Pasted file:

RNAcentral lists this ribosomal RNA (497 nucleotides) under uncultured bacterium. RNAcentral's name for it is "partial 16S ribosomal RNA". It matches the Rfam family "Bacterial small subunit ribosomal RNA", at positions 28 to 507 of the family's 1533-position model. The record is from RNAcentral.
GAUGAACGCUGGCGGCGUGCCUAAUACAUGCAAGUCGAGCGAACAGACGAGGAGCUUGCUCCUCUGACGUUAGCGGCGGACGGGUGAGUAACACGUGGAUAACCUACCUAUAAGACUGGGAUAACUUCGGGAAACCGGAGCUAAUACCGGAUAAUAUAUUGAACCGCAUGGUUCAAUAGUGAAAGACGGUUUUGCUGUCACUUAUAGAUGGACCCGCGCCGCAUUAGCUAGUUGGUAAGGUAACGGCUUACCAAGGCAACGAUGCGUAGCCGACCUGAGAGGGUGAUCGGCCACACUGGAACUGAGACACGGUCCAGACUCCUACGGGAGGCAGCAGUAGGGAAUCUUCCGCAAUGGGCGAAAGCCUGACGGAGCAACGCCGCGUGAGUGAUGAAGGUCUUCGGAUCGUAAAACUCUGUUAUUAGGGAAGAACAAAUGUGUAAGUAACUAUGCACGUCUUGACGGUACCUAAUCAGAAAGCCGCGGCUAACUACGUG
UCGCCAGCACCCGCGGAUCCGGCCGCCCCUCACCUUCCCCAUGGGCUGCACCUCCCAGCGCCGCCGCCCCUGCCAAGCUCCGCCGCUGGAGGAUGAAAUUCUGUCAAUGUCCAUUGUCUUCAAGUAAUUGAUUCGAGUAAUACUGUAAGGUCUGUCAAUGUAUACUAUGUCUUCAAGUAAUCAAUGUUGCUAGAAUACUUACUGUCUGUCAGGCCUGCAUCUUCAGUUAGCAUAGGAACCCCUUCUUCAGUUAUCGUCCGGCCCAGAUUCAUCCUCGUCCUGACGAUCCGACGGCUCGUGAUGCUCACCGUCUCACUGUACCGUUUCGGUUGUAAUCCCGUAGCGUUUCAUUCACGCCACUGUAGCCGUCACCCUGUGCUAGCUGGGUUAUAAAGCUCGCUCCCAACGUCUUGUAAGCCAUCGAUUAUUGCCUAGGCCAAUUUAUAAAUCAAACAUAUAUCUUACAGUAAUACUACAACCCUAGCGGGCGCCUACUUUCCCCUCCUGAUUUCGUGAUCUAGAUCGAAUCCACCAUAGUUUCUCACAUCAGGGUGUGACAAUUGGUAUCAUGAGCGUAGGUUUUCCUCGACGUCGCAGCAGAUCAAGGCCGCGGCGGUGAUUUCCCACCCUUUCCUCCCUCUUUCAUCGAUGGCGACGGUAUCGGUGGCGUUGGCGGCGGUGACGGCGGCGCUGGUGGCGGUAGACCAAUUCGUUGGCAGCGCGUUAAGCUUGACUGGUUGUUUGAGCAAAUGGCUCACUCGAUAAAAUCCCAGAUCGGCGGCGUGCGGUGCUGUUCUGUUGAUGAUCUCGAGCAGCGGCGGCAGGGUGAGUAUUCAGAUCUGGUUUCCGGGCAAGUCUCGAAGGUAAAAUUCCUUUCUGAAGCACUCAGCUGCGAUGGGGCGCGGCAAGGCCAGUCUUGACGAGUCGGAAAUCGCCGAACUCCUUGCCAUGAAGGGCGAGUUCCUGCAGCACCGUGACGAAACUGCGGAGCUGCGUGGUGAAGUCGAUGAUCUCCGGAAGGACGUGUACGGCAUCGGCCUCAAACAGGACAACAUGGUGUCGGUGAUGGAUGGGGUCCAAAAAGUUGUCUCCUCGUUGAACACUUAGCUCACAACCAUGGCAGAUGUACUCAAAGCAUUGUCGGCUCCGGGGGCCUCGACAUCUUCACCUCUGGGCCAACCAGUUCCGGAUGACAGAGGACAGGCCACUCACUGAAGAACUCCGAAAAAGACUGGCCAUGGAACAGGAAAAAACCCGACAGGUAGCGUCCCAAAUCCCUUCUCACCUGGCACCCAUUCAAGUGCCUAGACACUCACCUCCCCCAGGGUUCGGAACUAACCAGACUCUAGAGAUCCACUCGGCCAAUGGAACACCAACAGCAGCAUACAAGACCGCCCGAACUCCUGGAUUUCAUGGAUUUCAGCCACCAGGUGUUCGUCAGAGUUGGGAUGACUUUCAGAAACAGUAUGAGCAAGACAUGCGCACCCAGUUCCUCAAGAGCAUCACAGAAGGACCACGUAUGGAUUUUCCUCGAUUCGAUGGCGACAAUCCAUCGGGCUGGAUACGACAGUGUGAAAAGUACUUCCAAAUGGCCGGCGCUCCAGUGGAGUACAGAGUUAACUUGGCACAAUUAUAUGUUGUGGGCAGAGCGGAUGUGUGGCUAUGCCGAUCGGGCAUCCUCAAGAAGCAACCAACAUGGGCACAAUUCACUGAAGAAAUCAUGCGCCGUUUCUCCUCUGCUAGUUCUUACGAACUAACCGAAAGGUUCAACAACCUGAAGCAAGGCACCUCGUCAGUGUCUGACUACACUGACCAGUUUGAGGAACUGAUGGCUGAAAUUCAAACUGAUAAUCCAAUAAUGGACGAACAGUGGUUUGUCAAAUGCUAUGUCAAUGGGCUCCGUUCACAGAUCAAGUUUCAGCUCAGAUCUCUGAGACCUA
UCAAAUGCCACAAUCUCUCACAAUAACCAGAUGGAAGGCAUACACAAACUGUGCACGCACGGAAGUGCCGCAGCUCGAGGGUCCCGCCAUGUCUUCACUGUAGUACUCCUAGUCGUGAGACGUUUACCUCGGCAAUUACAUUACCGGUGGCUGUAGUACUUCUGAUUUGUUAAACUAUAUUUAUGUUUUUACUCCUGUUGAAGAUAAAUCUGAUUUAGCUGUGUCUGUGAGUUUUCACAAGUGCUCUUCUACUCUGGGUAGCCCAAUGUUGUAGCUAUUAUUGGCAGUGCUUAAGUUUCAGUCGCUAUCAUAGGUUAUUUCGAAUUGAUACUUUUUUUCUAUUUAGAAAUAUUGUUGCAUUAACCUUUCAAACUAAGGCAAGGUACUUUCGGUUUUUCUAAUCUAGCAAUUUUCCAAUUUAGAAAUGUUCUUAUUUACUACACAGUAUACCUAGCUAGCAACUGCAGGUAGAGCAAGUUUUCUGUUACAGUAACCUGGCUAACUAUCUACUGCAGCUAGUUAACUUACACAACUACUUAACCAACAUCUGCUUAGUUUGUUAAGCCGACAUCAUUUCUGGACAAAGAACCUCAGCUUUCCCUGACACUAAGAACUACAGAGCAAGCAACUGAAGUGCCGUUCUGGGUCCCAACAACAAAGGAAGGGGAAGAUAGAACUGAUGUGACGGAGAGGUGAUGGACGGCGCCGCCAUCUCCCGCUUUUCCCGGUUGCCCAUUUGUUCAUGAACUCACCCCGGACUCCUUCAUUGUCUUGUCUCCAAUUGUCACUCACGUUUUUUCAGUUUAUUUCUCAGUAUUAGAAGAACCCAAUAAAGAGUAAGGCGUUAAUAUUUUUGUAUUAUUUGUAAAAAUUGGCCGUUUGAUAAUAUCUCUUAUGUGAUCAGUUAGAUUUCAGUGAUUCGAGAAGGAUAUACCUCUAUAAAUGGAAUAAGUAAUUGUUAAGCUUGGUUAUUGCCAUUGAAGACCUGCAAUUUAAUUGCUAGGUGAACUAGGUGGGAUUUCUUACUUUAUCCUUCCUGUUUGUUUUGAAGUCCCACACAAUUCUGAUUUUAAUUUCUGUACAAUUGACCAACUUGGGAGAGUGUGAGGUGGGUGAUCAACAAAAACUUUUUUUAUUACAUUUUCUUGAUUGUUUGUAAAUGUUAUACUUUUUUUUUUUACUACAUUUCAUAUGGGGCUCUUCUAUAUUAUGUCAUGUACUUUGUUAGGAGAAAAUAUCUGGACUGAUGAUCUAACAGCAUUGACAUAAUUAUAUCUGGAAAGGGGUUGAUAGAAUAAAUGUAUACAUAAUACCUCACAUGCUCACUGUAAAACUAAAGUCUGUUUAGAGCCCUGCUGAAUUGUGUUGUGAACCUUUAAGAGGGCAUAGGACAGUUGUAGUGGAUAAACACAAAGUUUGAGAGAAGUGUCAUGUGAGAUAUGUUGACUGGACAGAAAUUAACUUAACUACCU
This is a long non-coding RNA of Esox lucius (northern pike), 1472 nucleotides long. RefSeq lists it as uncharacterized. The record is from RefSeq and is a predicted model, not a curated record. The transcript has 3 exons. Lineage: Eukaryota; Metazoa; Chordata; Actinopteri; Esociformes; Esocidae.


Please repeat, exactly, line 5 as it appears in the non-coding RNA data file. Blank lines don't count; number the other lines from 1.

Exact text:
This is a long non-coding RNA of Esox lucius (northern pike), 1472 nucleotides long. RefSeq lists it as uncharacterized. The record is from RefSeq and is a predicted model, not a curated record. The transcript has 3 exons. Lineage: Eukaryota; Metazoa; Chordata; Actinopteri; Esociformes; Esocidae.